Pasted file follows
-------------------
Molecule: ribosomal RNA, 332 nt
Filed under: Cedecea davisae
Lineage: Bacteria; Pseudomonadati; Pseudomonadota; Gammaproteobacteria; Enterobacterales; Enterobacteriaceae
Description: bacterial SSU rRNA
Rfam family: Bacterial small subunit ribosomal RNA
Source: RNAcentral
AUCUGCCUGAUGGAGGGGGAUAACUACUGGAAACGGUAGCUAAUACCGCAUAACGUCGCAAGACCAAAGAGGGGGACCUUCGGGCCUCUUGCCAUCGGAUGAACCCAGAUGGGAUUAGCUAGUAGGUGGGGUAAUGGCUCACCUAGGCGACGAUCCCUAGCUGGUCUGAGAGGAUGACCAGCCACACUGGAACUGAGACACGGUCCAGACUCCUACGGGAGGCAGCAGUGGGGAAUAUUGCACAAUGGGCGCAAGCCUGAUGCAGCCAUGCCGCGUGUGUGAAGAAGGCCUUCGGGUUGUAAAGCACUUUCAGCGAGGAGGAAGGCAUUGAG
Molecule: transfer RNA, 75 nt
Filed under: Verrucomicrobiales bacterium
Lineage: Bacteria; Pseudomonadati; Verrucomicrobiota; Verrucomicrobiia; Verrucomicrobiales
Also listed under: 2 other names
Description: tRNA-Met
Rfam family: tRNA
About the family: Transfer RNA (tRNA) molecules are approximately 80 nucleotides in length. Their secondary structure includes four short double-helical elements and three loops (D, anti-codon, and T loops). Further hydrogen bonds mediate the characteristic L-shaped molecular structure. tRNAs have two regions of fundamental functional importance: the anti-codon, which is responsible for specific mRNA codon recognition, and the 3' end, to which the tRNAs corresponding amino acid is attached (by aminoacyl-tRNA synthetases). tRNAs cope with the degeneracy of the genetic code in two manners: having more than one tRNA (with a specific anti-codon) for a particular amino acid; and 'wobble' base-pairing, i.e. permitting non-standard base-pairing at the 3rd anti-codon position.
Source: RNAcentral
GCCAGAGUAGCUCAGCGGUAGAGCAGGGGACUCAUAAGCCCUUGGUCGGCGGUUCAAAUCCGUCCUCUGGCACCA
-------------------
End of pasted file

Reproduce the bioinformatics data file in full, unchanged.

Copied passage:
Molecule: ribosomal RNA, 332 nt
Filed under: Cedecea davisae
Lineage: Bacteria; Pseudomonadati; Pseudomonadota; Gammaproteobacteria; Enterobacterales; Enterobacteriaceae
Description: bacterial SSU rRNA
Rfam family: Bacterial small subunit ribosomal RNA
Source: RNAcentral
AUCUGCCUGAUGGAGGGGGAUAACUACUGGAAACGGUAGCUAAUACCGCAUAACGUCGCAAGACCAAAGAGGGGGACCUUCGGGCCUCUUGCCAUCGGAUGAACCCAGAUGGGAUUAGCUAGUAGGUGGGGUAAUGGCUCACCUAGGCGACGAUCCCUAGCUGGUCUGAGAGGAUGACCAGCCACACUGGAACUGAGACACGGUCCAGACUCCUACGGGAGGCAGCAGUGGGGAAUAUUGCACAAUGGGCGCAAGCCUGAUGCAGCCAUGCCGCGUGUGUGAAGAAGGCCUUCGGGUUGUAAAGCACUUUCAGCGAGGAGGAAGGCAUUGAG
Molecule: transfer RNA, 75 nt
Filed under: Verrucomicrobiales bacterium
Lineage: Bacteria; Pseudomonadati; Verrucomicrobiota; Verrucomicrobiia; Verrucomicrobiales
Also listed under: 2 other names
Description: tRNA-Met
Rfam family: tRNA
About the family: Transfer RNA (tRNA) molecules are approximately 80 nucleotides in length. Their secondary structure includes four short double-helical elements and three loops (D, anti-codon, and T loops). Further hydrogen bonds mediate the characteristic L-shaped molecular structure. tRNAs have two regions of fundamental functional importance: the anti-codon, which is responsible for specific mRNA codon recognition, and the 3' end, to which the tRNAs corresponding amino acid is attached (by aminoacyl-tRNA synthetases). tRNAs cope with the degeneracy of the genetic code in two manners: having more than one tRNA (with a specific anti-codon) for a particular amino acid; and 'wobble' base-pairing, i.e. permitting non-standard base-pairing at the 3rd anti-codon position.
Source: RNAcentral
GCCAGAGUAGCUCAGCGGUAGAGCAGGGGACUCAUAAGCCCUUGGUCGGCGGUUCAAAUCCGUCCUCUGGCACCA